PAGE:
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The nation paused Friday for rituals of somber reflection to mark the anniversary of the Sept. 11 terror attacks.
At ground zero in Lower Manhattan, families of the lost gathered for a touchstone of the annual remembrance — the reading of the names of the almost 3,000 people killed there 14 years ago.
For the first time, the ceremony took place in the shadow of full rebirth: One World Trade Center, the 1,776-foot tower that rose where two fell, opened for business less than a year ago.
At the memorial, relatives set roses inside the letters, carved in bronze, that spell out the names of the lost. Some laid sheets of paper on top and made pencil etchings.
Photo Gallery: Nation Honors Victims of Sept. 11 Attacks
The public memorial at the site was reserved for the families during the morning but opened to everyone later in the day. An estimated 20,000 people gathered there on the night of Sept. 11 last year.
At the White House, President Barack Obama walked onto the South Lawn and bowed his head for a moment of silence at 8:46 a.m., the moment 14 years ago when American Airlines Flight 11 crashed into the north tower of the World Trade Center. A trumpeter played taps.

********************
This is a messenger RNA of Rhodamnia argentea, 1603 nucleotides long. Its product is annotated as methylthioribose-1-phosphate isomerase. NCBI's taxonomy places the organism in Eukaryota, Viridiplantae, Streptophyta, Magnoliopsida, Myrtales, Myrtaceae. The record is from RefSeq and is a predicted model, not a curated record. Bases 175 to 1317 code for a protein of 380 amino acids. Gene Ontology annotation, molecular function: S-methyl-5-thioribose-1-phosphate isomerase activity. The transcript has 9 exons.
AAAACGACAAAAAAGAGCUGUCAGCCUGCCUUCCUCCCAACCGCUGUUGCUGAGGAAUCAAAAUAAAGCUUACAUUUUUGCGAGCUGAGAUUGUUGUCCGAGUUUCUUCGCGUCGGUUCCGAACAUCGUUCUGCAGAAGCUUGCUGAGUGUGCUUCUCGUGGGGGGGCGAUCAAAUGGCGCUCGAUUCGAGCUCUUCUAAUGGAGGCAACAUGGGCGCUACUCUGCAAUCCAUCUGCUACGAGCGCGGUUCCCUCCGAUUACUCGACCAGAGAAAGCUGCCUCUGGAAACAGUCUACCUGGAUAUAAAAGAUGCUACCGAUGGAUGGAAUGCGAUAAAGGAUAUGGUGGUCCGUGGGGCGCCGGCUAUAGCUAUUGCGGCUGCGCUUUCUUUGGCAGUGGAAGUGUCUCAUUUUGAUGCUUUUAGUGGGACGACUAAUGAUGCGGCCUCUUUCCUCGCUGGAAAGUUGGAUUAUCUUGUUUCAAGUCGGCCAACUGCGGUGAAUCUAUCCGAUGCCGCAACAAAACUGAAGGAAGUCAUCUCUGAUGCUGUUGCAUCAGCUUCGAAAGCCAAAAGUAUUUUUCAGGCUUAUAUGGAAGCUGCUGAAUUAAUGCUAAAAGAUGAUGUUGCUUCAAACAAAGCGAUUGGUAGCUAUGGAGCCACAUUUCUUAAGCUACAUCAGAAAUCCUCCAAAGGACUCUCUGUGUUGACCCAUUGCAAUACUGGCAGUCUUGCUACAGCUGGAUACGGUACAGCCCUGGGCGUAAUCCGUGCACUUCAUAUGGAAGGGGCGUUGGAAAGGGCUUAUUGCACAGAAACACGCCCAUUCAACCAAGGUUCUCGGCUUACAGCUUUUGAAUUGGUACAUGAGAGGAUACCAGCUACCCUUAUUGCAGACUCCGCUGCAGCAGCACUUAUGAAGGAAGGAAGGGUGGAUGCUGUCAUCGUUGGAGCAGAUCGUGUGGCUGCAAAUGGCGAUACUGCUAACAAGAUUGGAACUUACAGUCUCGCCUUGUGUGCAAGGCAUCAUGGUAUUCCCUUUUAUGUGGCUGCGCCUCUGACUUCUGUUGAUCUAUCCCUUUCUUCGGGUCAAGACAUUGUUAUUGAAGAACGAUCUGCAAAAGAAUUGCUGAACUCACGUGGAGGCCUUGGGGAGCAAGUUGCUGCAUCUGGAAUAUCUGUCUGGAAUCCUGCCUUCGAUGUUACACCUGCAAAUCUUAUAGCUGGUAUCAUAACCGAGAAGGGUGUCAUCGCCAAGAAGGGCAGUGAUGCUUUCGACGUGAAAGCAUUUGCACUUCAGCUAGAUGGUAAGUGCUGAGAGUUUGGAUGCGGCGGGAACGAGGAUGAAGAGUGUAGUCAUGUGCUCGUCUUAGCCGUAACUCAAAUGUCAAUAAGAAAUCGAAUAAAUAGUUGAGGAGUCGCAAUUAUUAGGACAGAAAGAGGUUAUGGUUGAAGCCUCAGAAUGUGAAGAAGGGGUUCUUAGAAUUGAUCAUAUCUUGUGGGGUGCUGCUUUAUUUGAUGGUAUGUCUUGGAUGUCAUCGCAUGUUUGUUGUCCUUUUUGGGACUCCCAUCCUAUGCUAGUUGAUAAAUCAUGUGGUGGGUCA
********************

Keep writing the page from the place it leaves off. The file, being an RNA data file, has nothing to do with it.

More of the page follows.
The president later traveled to Fort Meade, Maryland, to recognize the work of the military. He was asked at a soldiers' town hall meeting there for his personal memories of Sept. 11. Obama, then a state senator in Illinois, recalled hear first word of the attacks on the radio as he drove to downtown Chicago for a hearing.
That night, he remembered, he rocked daughter Sasha, then 3 months old, to sleep while watching news of the attacks.
"It gave you a sense, for the first time in my lifetime, that our homeland could be vulnerable in that way," Obama said. "We hadn’t seen an attack like that since Pearl Harbor. And I think it inspired all of us to remember just how precious what we have is. And the need for us to defend it at any cost."
Defense Secretary Ashton Carter led a commemoration at the Pentagon.
“We will never forget, though, try as we may, we can never fully know how you feel on this solemn day," he told loved ones of the 184 people killed there. "But we do know what the lives of your loved ones mean to this community and to our country. And I hope you know that by returning here to the Pentagon each year, you set an example of strength and resilience for all of us."
At the national memorial site in Shanksville, Pennsylvania, where United Airlines Flight 93 crashed, the visitor center opened Thursday.
Ceremonies were planned in places all over the country. A sculpture was to be dedicated in Doylestown, Pennsylvania. The Statehouse in Ohio planned to display almost 3,000 flags. A Chicago high school planned to serve breakfast to police and firefighters.